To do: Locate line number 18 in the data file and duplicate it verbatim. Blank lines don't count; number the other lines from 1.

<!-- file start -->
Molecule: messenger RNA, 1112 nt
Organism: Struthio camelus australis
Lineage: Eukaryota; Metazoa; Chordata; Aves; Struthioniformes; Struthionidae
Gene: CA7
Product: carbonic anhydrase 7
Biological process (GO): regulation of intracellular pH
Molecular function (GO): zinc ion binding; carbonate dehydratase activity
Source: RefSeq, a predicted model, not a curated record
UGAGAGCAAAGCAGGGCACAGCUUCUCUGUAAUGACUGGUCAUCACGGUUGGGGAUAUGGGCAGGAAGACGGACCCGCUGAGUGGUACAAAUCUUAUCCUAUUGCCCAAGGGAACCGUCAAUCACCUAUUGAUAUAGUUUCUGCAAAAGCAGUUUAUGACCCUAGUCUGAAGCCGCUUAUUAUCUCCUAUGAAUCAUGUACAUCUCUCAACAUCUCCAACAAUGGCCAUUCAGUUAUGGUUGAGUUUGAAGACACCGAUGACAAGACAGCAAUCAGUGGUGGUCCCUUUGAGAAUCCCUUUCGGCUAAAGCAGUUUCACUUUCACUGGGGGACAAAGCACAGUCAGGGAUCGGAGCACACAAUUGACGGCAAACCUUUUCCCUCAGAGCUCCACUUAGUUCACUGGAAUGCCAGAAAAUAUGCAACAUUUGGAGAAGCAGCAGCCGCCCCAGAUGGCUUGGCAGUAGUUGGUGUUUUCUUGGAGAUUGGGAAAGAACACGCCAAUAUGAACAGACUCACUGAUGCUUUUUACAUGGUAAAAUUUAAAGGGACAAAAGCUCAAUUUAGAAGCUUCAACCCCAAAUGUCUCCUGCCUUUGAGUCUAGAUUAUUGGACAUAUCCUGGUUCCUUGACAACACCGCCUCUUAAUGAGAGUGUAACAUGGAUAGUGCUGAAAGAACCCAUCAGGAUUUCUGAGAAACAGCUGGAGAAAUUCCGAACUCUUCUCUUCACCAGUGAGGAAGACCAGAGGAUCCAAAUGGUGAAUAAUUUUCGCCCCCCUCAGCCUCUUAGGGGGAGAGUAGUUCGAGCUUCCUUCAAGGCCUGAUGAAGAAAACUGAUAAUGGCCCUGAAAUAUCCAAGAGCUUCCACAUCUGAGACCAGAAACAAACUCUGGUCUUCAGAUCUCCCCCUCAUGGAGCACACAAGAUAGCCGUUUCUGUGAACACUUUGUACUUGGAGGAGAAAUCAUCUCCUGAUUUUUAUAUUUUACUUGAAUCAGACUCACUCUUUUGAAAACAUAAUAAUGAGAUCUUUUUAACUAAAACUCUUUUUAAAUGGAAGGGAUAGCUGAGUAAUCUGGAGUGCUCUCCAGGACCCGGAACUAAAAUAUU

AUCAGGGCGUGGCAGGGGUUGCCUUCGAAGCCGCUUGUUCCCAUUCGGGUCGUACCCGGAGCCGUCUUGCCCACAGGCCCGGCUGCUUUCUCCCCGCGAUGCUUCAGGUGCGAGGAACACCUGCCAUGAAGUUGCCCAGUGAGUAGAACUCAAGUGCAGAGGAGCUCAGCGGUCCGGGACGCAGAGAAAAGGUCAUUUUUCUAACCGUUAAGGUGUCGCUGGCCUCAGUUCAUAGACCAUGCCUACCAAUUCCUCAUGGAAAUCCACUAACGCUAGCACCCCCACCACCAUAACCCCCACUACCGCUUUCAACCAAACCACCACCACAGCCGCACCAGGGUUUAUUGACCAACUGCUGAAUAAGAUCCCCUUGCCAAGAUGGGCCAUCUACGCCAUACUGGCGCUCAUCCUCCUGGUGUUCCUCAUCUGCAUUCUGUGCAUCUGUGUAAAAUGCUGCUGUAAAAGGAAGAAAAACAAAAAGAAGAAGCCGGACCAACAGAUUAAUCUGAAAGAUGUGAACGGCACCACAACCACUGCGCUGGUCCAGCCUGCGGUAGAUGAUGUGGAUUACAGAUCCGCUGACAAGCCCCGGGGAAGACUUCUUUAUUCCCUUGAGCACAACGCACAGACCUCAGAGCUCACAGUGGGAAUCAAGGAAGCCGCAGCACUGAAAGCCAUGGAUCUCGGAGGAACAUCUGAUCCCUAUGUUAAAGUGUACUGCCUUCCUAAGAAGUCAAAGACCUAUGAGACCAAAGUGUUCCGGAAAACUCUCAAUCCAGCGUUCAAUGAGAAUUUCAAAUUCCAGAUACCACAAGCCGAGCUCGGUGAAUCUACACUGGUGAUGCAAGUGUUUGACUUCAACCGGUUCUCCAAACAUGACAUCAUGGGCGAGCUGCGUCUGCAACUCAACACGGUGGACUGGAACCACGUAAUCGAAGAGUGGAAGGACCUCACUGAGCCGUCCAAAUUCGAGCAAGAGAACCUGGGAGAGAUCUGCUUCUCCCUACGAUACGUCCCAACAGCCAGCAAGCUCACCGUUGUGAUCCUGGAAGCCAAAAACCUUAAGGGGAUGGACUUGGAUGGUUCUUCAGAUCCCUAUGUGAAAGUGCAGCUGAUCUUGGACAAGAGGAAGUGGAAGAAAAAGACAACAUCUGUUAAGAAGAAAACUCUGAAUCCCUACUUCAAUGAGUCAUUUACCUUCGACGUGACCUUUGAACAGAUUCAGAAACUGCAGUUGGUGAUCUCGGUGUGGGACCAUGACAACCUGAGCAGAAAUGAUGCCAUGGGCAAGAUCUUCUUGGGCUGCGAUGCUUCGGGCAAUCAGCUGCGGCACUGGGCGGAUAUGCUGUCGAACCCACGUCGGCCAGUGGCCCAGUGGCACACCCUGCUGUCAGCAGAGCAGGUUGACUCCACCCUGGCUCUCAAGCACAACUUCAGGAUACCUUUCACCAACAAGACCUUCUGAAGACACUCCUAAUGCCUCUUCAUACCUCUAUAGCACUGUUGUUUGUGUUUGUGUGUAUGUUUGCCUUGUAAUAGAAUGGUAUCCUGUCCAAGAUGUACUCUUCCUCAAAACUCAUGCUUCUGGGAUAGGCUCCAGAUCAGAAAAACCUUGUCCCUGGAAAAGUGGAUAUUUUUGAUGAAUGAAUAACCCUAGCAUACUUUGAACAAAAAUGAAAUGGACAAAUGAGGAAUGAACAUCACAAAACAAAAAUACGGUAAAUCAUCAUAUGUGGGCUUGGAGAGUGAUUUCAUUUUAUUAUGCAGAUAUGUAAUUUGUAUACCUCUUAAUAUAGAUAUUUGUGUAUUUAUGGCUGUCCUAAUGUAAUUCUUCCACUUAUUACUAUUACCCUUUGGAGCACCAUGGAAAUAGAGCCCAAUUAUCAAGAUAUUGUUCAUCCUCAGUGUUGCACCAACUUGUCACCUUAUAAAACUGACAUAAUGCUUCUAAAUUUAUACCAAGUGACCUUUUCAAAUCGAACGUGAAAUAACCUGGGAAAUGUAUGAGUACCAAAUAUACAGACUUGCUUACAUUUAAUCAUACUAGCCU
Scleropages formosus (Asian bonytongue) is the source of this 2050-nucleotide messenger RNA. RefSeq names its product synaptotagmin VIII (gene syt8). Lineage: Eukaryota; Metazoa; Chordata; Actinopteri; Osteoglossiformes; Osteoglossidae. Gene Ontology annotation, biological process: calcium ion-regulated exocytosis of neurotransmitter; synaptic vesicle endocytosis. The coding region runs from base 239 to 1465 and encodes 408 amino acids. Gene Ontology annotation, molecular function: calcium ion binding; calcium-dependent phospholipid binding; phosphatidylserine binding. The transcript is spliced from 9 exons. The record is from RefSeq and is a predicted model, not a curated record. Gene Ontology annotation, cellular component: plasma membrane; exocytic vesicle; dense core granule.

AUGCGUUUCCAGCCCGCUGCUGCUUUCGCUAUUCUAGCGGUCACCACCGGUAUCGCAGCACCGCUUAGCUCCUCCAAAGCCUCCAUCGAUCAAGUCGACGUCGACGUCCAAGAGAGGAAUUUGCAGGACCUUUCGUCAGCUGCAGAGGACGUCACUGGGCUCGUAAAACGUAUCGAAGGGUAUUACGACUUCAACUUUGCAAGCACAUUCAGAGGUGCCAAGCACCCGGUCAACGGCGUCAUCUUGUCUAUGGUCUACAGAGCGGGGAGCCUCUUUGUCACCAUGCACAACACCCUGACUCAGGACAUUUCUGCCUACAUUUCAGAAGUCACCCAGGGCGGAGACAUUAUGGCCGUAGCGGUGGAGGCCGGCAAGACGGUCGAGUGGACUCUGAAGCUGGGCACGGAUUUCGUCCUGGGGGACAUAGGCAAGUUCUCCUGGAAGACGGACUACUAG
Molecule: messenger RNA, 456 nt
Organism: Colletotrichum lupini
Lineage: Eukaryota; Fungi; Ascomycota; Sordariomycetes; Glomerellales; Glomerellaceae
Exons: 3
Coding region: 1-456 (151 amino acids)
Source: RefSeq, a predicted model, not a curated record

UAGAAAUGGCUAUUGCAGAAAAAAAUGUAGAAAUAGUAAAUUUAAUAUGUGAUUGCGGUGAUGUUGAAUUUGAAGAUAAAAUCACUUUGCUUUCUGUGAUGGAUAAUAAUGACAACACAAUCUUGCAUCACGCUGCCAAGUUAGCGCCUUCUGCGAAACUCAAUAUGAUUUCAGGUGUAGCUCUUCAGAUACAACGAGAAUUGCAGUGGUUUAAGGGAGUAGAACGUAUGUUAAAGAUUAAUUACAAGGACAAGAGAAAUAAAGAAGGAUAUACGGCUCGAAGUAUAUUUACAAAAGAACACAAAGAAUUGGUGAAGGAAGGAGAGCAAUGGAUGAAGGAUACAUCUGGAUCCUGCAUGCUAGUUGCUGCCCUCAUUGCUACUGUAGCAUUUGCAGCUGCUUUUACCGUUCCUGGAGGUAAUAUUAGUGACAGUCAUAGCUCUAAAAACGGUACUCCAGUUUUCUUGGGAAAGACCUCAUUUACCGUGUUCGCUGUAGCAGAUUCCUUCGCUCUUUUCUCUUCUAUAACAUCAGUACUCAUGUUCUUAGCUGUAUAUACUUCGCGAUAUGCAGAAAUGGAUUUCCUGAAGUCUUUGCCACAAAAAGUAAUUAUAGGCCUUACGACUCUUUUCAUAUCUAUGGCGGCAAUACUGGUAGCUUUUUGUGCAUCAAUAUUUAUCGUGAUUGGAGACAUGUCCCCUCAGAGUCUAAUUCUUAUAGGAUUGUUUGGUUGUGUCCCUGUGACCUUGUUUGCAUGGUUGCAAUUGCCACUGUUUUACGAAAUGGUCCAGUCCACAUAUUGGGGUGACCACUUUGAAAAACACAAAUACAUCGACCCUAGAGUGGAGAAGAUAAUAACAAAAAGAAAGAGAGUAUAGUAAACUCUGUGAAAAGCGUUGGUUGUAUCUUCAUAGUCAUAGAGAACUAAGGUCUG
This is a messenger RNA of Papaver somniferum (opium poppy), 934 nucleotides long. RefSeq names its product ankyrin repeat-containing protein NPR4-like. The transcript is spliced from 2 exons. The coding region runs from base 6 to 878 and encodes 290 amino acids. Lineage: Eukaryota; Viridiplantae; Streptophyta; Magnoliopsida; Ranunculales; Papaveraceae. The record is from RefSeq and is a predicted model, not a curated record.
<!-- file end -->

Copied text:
Source: RefSeq, a predicted model, not a curated record